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Bruce Miller, brand leader for a number of MTY Group restaurants including The WORKS Craft Burgers & Beer and South Street Burger, says the company is offering a free meal with every full shift, free unlimited non-alcoholic drinks, a free uniform and a wage review after six months.

“There is a very large gap in terms of the labour available versus the job vacancies across Canada,” he says. “The demand and need for labour is problematic across the country.”

Demand for labour is expected to ramp up as restrictions on non-essential stores and restaurants continue to ease in the coming weeks, experts say.

“We’re already hearing about labour shortages and we expect it could worsen,” Ms. Brisebois says. “It will be a very, very tight labour market in the coming months,”

The teenage and youth work force – highly affected by pandemic job losses – is stepping up to fill some of those retail vacancies.

Employment among youth aged 15 to 24 rose by 164,000, or just more than 7 per cent, in June, according to Statistics Canada.

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“We always see a jump in youth employment during the summertime but the youth we deal with are now very eager to get back to work,” says Timothy Lang, president and CEO of Youth Employment Services.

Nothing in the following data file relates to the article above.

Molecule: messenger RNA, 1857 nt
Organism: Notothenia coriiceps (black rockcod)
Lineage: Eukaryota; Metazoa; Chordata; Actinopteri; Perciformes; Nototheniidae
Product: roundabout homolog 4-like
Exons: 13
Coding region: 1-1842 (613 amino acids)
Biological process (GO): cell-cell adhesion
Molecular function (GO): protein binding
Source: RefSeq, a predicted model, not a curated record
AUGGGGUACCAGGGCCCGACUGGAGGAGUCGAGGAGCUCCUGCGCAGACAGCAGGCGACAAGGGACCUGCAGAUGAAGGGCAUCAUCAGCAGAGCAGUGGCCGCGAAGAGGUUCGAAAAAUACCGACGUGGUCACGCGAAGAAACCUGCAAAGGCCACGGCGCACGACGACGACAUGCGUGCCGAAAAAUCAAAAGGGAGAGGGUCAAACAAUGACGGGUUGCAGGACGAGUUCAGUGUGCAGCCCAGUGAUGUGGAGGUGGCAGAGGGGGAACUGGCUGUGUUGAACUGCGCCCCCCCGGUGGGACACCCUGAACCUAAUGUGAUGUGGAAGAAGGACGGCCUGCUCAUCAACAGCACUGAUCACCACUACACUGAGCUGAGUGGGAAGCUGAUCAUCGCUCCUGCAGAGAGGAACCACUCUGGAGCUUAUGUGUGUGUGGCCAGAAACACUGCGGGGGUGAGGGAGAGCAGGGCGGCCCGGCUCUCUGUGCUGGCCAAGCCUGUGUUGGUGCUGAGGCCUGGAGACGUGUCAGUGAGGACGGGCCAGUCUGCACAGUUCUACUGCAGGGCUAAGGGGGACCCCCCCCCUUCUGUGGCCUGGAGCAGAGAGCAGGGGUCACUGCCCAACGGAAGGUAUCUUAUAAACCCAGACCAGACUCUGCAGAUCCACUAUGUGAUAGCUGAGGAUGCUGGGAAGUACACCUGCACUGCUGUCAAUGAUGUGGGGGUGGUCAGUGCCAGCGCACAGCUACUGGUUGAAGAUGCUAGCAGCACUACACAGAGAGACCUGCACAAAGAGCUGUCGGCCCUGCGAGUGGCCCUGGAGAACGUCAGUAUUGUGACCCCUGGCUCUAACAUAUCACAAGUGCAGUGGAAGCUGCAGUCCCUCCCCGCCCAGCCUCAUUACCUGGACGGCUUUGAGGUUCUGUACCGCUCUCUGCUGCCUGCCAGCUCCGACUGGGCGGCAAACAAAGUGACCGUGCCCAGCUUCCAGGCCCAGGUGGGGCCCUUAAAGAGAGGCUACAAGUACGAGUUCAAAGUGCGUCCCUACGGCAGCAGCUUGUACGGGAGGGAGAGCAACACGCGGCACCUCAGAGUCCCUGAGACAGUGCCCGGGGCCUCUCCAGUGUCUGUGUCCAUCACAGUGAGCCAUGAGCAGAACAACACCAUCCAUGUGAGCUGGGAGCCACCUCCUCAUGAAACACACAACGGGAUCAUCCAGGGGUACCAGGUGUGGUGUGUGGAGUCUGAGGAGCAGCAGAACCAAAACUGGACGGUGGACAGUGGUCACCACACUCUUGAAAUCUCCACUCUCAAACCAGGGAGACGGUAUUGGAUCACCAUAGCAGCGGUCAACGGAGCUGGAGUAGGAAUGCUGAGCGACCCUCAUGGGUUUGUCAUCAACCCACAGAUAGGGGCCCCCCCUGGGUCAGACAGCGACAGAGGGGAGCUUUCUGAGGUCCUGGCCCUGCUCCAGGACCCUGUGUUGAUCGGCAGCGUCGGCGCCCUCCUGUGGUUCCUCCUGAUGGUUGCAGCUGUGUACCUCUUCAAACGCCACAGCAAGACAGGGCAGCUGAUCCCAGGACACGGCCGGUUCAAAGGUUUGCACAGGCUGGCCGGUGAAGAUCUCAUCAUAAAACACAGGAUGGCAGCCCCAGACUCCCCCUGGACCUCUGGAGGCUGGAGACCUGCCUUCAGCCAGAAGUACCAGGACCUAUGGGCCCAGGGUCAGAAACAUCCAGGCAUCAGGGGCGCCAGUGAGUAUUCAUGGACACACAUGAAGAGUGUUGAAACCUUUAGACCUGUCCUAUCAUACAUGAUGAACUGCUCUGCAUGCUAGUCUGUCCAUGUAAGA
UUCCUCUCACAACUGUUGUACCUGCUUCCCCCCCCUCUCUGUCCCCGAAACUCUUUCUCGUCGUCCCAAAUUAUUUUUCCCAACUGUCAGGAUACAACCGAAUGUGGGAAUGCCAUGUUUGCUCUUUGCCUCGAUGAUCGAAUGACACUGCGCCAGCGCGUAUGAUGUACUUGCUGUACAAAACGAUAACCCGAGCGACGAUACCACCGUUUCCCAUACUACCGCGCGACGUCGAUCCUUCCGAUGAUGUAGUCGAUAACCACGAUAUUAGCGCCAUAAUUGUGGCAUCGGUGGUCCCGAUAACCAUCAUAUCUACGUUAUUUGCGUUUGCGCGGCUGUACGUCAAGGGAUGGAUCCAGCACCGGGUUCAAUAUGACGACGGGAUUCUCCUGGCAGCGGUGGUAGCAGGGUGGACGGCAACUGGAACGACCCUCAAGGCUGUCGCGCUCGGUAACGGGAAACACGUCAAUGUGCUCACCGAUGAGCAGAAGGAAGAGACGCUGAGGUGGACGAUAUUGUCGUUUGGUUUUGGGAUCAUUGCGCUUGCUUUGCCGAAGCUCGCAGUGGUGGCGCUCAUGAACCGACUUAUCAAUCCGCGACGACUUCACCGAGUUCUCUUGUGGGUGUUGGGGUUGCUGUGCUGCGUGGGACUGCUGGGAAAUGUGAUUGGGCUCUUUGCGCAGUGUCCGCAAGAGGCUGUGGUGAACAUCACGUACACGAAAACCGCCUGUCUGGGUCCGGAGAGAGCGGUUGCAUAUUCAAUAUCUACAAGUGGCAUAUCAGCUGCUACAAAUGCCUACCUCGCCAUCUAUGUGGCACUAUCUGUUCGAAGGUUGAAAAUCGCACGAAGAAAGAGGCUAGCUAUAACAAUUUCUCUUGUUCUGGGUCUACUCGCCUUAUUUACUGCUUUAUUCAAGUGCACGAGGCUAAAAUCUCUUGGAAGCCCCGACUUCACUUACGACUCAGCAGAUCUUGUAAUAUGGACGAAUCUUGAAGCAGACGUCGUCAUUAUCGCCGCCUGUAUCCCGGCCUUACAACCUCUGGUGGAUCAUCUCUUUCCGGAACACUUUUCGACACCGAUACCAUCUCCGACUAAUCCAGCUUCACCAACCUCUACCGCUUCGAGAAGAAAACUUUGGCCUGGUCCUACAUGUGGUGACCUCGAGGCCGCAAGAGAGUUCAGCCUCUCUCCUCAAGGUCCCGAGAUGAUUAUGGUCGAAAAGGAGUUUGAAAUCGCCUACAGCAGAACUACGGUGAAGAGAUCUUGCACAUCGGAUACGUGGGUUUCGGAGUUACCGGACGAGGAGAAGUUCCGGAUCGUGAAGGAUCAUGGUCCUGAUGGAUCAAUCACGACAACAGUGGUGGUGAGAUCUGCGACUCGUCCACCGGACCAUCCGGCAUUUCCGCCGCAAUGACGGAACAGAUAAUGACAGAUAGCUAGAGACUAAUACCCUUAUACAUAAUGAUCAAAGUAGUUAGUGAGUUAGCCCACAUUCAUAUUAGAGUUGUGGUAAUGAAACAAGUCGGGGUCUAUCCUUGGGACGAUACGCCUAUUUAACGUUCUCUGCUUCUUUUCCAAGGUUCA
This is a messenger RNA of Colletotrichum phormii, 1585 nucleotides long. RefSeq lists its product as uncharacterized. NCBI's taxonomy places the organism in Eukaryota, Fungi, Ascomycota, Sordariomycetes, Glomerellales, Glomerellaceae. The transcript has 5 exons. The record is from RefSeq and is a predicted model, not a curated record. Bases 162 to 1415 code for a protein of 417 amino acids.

But with many teens and youth returning to school in the fall, the youth work force may provide only temporary relief.

Meanwhile, some suggest a bigger issue is workers hesitant to return to the work force because of COVID-19 concerns and continuing government income assistance programs that serve as a disincentive to seek work.

“There has been subsidization that has somewhat discouraged in some cases people from re-entering the market, though obviously there may also still be concerns with respect to health and safety issues,” Ms. Gullison with LHH Canada says.

If people are weighing a less attractive job that carries a potential risk of exposure to COVID-19 against a government income support program, she says it’s possible some people are choosing not to rejoin the work force for now.

“I think what we’re going to find is that employers do have to offer a lot of incentives and reasons to attract workers because they’re not going to stay in the work force in those part-time jobs if they don’t feel that it is advantageous to them,” Ms. Gullison says.

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Yet some business owners say they refuse to be forced to change their compensation packages.

Lily Dunn, owner of Lily’s Lingerie Ltd. in Halifax, says she won’t be “held ransom.”

“The government is paying everybody so much money – as a retailer you can barely keep up,” says Ms. Dunn, who started the upscale women’s clothing store 44 years ago. “I think it will be tougher to find workers but I don’t think it will be impossible.”

Still, she pays above minimum wage and when she finds the right person “they’re treated like family.”

“I’m kind of like a mother to my staff; I’m always here to support them,” Ms. Dunn says. “If you make the cut, you know you’re in tight.”